Every two weeks, the Hitchcock Center publishes a column, "Earth Matters: Notes on the Nature of the Valley," in The Daily Hampshire Gazette. Writers include Hitchcock staff and board members, former board members, presenters in our Community Programs series, and friends of the Center. Look for the column at the end of Section C of the weekend Gazette or on their website. We will keep a complete list on this site, so if you miss seeing a column in the newspaper, or want to see it again, come here at any time.
By Lawrence J. Winship
Every spring our car windows, decks and sidewalks are blanketed by layer upon layer of yellow powder. A seemingly unending rain of tiny particles filters down from birches, oaks, pines and other trees, sticking to every horizontal surface — and making about 25% of the human population sneeze. Lawrence J. Winship explains what wind-dispersed pollen does for plants and to people- and ends his tale with very curious questions.
By David Spector
I enjoy plants — foliage, flowers, and relationships of plants with humans, relationships often reflected in names. English plant names, for example, show a complex history of invasions into England, invasions by the English into the rest of the world, and interaction with dozens of languages from around the world. Here I consider a handful of western Massachusetts plant names.
By Tom Litwin
What weighs 1.5 tons, is 12 feet long, has enlarged canine teeth that can grow to over 36 inches and is featured in a Beatles song? If you guessed walrus, you’re correct. Here in Massachusetts, we tend not to think much about walrus, but there’s an opportunity for you to virtually travel to the Arctic in search of walrus. Here’s some background…
By Christine Hatch
During the past couple of weeks I’ve been thinking about emergence. This is the time of year, as spring starts, that green is exploding out of every pore in the landscape. After winter, when so much is buried underground, the sudden flourish when sunlight reaches us is always a welcome shock…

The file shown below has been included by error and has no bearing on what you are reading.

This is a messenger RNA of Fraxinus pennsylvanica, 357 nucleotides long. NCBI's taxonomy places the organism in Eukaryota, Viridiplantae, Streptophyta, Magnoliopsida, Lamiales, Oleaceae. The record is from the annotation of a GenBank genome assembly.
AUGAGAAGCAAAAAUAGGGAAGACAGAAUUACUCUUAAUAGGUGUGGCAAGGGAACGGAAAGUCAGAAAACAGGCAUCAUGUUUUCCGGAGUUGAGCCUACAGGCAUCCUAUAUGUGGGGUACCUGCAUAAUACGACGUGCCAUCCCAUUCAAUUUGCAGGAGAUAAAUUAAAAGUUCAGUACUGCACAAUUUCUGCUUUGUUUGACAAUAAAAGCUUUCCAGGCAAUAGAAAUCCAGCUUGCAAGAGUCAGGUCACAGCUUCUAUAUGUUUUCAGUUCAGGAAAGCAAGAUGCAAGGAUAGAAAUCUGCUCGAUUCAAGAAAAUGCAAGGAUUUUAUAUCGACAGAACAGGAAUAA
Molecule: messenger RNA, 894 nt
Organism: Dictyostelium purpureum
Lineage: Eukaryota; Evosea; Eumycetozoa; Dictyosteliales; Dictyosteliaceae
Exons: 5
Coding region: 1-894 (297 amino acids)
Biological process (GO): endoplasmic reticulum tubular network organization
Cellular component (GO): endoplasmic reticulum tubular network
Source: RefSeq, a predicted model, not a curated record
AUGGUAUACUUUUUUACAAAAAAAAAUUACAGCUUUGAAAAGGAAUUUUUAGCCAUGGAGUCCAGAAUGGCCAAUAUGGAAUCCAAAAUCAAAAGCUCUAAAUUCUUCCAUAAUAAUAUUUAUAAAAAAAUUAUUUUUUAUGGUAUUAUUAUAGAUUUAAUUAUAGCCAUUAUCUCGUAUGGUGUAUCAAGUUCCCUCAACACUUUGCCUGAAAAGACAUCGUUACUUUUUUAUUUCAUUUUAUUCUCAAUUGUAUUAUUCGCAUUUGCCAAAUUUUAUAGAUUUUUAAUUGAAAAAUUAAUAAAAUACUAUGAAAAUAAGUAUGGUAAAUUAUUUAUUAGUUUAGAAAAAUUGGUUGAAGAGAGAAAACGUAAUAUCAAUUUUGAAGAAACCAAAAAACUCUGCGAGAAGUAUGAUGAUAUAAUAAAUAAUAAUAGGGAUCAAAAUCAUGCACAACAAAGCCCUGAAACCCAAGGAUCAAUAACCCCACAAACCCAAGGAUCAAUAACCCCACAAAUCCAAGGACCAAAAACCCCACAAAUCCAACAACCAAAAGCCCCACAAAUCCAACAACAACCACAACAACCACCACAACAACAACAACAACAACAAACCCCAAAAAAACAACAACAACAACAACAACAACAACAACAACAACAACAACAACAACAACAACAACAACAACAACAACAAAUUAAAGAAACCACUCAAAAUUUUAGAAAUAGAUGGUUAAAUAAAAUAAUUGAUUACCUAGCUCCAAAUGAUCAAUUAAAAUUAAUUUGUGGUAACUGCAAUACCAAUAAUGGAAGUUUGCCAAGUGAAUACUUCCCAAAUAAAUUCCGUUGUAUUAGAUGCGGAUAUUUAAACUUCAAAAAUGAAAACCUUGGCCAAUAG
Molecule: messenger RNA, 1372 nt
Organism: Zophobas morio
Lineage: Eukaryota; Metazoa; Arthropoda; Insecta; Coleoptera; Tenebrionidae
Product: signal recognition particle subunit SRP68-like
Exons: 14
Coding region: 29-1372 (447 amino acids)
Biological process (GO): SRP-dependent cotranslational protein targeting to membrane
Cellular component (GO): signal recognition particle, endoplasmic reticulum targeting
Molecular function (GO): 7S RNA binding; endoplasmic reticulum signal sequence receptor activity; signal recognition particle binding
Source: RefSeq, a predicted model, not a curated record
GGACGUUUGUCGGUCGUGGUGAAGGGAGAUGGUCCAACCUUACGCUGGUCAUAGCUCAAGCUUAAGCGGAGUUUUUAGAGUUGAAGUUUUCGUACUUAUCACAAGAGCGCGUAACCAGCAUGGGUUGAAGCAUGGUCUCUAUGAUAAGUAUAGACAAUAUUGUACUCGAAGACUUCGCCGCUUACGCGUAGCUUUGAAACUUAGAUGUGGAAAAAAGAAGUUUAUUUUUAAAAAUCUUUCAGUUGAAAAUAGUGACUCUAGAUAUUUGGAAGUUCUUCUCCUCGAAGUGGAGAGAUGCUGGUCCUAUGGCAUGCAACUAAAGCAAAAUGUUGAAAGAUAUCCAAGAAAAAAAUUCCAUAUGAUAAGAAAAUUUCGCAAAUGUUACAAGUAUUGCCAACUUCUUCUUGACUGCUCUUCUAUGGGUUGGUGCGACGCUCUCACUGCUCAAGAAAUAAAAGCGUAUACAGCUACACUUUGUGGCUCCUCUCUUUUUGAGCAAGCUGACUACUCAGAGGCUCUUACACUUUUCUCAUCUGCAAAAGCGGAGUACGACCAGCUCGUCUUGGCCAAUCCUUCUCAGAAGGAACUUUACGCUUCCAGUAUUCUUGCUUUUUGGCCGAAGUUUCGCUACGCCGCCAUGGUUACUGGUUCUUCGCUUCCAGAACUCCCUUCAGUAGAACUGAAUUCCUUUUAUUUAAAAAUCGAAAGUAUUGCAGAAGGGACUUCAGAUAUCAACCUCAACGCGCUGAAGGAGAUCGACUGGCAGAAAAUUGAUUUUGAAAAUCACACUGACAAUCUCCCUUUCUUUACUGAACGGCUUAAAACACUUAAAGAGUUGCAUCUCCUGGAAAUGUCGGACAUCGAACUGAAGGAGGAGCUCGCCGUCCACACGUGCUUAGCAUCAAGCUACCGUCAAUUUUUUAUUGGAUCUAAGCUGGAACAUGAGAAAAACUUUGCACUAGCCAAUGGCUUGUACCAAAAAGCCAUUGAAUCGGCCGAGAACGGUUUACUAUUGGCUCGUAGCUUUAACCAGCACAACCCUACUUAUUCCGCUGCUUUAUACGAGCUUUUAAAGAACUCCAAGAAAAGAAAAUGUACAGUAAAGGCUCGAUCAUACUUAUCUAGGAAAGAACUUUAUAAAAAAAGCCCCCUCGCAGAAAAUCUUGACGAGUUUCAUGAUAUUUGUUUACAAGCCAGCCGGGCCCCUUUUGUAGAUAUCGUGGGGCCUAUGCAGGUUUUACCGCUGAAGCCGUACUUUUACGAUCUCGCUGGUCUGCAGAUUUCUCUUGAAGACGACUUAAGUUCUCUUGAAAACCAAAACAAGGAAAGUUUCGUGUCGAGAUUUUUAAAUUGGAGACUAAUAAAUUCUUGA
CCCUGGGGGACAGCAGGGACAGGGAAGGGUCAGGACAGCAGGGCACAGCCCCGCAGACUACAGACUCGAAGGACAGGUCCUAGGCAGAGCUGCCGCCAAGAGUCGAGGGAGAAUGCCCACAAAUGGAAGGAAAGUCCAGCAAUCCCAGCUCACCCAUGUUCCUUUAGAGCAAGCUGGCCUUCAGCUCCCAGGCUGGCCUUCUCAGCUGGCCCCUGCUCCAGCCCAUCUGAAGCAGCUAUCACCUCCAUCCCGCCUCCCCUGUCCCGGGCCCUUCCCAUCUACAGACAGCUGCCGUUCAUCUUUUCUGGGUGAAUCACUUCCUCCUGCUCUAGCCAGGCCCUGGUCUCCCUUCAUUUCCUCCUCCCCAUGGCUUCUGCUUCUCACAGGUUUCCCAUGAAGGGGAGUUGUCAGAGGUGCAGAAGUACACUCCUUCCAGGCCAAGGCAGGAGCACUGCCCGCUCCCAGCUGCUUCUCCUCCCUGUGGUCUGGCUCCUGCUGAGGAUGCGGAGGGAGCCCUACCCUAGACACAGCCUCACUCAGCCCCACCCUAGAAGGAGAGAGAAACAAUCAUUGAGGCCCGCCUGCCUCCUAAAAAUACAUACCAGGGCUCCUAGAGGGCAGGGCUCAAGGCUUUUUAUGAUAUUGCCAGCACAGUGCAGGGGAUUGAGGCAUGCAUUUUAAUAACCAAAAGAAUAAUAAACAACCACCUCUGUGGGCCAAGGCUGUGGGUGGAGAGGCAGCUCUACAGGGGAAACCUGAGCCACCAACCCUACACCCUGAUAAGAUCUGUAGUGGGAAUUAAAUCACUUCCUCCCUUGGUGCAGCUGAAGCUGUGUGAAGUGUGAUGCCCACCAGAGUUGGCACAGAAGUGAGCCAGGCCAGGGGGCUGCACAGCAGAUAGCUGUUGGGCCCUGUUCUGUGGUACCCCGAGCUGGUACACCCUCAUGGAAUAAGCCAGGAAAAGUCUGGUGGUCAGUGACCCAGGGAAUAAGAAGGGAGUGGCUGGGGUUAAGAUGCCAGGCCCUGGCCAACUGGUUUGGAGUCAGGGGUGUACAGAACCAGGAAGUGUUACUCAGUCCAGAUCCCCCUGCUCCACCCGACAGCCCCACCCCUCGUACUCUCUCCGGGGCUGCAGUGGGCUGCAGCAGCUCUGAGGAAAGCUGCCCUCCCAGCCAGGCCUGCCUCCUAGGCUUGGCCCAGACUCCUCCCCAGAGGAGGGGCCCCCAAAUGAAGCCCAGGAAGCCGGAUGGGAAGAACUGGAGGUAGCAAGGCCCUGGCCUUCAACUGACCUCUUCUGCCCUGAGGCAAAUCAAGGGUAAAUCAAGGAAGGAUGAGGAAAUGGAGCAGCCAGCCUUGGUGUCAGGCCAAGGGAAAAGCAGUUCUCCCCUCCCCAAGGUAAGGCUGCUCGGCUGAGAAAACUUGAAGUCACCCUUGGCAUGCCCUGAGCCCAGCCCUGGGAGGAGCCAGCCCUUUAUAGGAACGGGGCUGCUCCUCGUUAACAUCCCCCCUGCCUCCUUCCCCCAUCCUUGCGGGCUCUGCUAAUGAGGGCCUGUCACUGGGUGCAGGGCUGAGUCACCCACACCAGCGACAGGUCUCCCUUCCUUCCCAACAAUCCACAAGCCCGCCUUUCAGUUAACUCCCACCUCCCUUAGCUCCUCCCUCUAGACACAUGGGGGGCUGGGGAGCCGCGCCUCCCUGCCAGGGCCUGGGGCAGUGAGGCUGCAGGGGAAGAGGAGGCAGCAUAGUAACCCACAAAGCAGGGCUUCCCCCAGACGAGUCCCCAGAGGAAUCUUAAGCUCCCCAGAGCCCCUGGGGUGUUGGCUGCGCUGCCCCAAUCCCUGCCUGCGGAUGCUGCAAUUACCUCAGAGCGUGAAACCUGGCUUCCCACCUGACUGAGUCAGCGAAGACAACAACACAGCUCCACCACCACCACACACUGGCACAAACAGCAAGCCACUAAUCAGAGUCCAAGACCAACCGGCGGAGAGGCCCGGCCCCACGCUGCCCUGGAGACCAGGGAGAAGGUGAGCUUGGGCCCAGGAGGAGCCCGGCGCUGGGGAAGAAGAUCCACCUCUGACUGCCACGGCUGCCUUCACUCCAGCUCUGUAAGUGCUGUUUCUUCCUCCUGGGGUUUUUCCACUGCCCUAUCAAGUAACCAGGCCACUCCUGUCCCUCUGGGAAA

By Kari Blood
Agriculture is at the heart of our region’s health and food security. Yet New England is losing about 1,500 acres of farmland every year. With more farmers aging out of the business, and many of their children choosing other occupations, it’s vital to keep our local land in farming. Conserving those lands as farms is one important tool for that, as nonprofit land trusts, alongside public agencies, work with farmland owners who choose to protect their land.
By Katie Koerten
Last November I wrote an article for this column about the color blue in nature: how rare it is, and how difficult it is for nature to even produce it. To my delight, it garnered a lot of interest and curiosity, and even a letter to the editor with a story about why robins’ eggs are blue. I thought this a dazzling — and timely! — example of blue in nature to write about in springtime.
By Joshua Rose For the Gazette April 15, 2022 If you’re a naturalist, your friends, neighbors and relatives often send you photos asking, “What is this?” If you recognize it, […]
By John Sinton for the Gazette For the Gazette Editor’s note: This is the second of a two-part essay about American eels; the first was published on Saturday, March 19. […]
By John Sinton for the Gazette For the Gazette Editor’s note: This is the first of two parts exploring the migration of American eels. Part 2 will run Saturday, April […]
By Lawrence J. Winship For the Gazette March 4, 2022 Yellow lady slipper orchids along Highway 6 on the Bruce Peninsula in Ontario. CONTRIBUTED/Lawrence J. Winship Several summers ago, my […]